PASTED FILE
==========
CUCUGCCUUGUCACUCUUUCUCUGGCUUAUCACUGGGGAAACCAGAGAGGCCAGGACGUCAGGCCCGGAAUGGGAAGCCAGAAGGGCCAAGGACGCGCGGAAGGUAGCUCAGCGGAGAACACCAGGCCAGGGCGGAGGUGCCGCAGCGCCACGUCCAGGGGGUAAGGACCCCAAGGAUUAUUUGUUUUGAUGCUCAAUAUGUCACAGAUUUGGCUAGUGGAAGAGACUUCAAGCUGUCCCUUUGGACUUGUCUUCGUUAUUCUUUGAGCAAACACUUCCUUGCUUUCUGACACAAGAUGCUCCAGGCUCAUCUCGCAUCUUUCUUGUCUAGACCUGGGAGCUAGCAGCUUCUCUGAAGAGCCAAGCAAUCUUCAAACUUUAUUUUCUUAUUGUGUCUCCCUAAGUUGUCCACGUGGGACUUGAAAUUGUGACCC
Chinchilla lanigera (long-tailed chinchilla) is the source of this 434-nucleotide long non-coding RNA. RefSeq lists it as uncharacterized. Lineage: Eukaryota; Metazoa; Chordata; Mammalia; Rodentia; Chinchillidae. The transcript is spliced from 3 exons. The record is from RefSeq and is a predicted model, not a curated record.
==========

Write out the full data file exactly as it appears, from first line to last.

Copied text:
CUCUGCCUUGUCACUCUUUCUCUGGCUUAUCACUGGGGAAACCAGAGAGGCCAGGACGUCAGGCCCGGAAUGGGAAGCCAGAAGGGCCAAGGACGCGCGGAAGGUAGCUCAGCGGAGAACACCAGGCCAGGGCGGAGGUGCCGCAGCGCCACGUCCAGGGGGUAAGGACCCCAAGGAUUAUUUGUUUUGAUGCUCAAUAUGUCACAGAUUUGGCUAGUGGAAGAGACUUCAAGCUGUCCCUUUGGACUUGUCUUCGUUAUUCUUUGAGCAAACACUUCCUUGCUUUCUGACACAAGAUGCUCCAGGCUCAUCUCGCAUCUUUCUUGUCUAGACCUGGGAGCUAGCAGCUUCUCUGAAGAGCCAAGCAAUCUUCAAACUUUAUUUUCUUAUUGUGUCUCCCUAAGUUGUCCACGUGGGACUUGAAAUUGUGACCC
Chinchilla lanigera (long-tailed chinchilla) is the source of this 434-nucleotide long non-coding RNA. RefSeq lists it as uncharacterized. Lineage: Eukaryota; Metazoa; Chordata; Mammalia; Rodentia; Chinchillidae. The transcript is spliced from 3 exons. The record is from RefSeq and is a predicted model, not a curated record.